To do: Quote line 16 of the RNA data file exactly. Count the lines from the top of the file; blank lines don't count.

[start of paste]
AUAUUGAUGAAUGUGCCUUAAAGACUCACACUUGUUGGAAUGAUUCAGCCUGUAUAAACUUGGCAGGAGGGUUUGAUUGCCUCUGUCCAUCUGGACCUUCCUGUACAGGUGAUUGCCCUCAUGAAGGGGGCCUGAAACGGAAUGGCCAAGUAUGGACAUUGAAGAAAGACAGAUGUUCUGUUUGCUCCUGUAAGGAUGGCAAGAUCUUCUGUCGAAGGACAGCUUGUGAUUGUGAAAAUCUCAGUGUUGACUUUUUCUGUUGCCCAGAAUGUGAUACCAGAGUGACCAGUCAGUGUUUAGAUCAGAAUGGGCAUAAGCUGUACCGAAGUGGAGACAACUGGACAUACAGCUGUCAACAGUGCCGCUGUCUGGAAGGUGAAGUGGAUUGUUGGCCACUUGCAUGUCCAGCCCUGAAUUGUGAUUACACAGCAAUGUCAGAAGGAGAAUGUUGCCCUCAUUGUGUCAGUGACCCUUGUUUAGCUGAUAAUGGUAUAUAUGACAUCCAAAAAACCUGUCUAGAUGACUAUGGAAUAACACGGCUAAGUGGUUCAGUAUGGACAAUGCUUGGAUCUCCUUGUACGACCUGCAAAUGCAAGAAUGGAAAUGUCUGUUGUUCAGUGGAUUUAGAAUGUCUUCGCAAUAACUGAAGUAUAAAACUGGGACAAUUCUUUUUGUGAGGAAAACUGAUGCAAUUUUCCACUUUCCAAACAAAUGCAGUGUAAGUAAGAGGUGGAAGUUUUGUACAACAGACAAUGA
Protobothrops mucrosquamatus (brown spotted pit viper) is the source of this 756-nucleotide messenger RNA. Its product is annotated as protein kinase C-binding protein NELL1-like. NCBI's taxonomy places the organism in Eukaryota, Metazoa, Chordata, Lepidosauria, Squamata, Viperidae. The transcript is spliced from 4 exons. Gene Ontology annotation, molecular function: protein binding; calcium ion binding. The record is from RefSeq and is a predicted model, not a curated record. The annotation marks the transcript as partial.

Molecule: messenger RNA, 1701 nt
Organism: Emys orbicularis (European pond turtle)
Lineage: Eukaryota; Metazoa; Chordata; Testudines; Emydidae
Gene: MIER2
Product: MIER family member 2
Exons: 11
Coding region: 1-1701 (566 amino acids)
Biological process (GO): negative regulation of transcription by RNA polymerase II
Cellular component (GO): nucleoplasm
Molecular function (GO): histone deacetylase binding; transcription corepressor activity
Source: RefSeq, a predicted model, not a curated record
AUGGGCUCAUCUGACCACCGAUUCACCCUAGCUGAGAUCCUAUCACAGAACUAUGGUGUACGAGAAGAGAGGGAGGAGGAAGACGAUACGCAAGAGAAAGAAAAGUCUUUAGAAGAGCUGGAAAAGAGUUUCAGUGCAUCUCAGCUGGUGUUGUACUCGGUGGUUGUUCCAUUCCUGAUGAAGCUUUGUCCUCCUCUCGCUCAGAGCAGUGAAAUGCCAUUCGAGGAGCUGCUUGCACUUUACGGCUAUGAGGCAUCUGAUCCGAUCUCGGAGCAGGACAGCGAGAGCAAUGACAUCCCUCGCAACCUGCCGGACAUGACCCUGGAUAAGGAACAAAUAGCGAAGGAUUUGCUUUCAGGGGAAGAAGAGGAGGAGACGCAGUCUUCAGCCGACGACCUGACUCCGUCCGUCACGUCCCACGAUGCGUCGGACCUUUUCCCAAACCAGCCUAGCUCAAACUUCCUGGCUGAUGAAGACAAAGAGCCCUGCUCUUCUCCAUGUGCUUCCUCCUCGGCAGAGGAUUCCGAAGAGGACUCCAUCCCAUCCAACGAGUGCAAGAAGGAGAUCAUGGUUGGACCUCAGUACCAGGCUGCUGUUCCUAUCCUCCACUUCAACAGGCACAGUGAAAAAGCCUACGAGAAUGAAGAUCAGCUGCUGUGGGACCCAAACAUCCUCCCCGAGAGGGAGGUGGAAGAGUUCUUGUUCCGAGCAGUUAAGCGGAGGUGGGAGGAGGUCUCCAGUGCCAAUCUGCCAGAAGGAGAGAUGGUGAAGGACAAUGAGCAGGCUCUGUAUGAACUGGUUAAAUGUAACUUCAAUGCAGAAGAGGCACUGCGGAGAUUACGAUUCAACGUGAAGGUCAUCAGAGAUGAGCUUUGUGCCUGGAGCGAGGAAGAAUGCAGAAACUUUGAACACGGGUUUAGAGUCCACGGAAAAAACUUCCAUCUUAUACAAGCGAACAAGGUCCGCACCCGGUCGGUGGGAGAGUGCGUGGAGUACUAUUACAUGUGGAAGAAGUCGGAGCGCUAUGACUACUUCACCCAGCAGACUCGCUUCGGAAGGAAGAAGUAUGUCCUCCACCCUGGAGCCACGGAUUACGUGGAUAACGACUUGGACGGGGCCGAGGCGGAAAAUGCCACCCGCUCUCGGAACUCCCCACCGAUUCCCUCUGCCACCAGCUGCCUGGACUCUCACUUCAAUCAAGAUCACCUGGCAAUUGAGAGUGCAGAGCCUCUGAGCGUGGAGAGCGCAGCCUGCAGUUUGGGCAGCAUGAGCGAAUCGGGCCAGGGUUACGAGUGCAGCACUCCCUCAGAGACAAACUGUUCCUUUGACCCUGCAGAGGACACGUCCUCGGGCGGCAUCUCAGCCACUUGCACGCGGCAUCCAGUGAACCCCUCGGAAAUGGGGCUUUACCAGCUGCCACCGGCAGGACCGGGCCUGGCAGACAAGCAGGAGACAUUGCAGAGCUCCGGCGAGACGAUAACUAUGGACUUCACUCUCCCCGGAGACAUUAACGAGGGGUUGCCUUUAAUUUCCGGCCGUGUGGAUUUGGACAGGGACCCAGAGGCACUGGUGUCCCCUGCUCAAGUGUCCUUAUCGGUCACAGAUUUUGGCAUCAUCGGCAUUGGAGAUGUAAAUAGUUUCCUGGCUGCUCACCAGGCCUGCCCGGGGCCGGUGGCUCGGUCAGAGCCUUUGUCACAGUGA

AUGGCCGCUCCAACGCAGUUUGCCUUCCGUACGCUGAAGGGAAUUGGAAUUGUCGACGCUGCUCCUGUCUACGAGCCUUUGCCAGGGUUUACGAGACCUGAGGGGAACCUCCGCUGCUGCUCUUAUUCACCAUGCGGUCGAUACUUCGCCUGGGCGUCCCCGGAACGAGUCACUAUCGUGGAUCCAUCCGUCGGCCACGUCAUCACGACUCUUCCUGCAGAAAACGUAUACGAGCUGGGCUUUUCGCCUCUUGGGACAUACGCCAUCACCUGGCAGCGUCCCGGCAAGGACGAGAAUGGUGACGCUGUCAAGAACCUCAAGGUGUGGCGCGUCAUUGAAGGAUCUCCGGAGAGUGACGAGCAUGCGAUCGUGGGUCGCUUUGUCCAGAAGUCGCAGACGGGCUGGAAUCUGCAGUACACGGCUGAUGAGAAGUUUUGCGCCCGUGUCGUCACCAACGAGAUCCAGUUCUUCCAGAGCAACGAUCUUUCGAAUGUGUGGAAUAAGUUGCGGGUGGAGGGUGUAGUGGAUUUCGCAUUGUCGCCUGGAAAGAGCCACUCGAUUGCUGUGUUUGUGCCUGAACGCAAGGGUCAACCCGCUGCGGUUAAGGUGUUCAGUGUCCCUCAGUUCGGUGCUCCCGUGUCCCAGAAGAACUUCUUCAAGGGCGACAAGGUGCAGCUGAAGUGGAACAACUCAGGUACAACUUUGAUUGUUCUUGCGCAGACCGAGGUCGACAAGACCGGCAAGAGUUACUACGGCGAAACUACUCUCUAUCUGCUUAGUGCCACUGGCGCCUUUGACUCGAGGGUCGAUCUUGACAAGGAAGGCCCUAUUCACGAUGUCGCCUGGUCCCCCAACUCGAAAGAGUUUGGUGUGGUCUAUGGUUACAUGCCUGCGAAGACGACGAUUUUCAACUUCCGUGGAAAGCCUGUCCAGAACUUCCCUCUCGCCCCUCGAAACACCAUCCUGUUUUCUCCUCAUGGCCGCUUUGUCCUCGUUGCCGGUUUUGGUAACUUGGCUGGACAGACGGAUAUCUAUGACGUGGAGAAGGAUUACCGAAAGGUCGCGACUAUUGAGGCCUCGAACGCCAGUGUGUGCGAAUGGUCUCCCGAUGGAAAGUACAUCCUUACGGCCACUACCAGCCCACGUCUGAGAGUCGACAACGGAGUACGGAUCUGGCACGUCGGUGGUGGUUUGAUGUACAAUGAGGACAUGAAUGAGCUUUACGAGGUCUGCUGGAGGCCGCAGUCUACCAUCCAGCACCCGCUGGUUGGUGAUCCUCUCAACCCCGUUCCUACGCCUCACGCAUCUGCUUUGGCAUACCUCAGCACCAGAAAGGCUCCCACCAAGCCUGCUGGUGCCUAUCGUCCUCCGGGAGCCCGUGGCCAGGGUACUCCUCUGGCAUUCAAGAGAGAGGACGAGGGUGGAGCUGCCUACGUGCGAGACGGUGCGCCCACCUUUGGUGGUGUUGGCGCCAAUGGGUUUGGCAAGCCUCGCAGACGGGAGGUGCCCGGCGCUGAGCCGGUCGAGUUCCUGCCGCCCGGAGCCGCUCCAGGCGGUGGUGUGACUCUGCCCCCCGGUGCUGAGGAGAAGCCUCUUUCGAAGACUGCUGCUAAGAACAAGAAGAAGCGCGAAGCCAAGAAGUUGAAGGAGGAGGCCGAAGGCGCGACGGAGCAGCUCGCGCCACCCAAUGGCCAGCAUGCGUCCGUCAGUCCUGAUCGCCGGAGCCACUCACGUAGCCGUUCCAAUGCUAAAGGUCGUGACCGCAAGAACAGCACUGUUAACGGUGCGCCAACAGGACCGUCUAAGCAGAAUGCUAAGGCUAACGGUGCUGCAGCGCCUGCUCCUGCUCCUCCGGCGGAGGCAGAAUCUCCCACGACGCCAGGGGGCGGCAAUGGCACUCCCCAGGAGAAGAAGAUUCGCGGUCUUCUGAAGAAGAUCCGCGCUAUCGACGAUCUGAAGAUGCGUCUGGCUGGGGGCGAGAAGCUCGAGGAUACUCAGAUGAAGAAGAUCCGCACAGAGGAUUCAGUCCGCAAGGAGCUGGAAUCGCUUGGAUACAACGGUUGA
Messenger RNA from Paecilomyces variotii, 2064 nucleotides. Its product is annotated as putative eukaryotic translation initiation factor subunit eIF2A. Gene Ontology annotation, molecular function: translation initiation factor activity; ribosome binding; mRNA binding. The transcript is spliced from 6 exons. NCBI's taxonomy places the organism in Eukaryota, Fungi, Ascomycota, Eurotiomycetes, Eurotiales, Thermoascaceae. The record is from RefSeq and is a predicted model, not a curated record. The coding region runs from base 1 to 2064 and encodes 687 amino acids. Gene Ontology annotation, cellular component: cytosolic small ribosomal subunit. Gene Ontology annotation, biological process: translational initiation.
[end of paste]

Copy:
Messenger RNA from Paecilomyces variotii, 2064 nucleotides. Its product is annotated as putative eukaryotic translation initiation factor subunit eIF2A. Gene Ontology annotation, molecular function: translation initiation factor activity; ribosome binding; mRNA binding. The transcript is spliced from 6 exons. NCBI's taxonomy places the organism in Eukaryota, Fungi, Ascomycota, Eurotiomycetes, Eurotiales, Thermoascaceae. The record is from RefSeq and is a predicted model, not a curated record. The coding region runs from base 1 to 2064 and encodes 687 amino acids. Gene Ontology annotation, cellular component: cytosolic small ribosomal subunit. Gene Ontology annotation, biological process: translational initiation.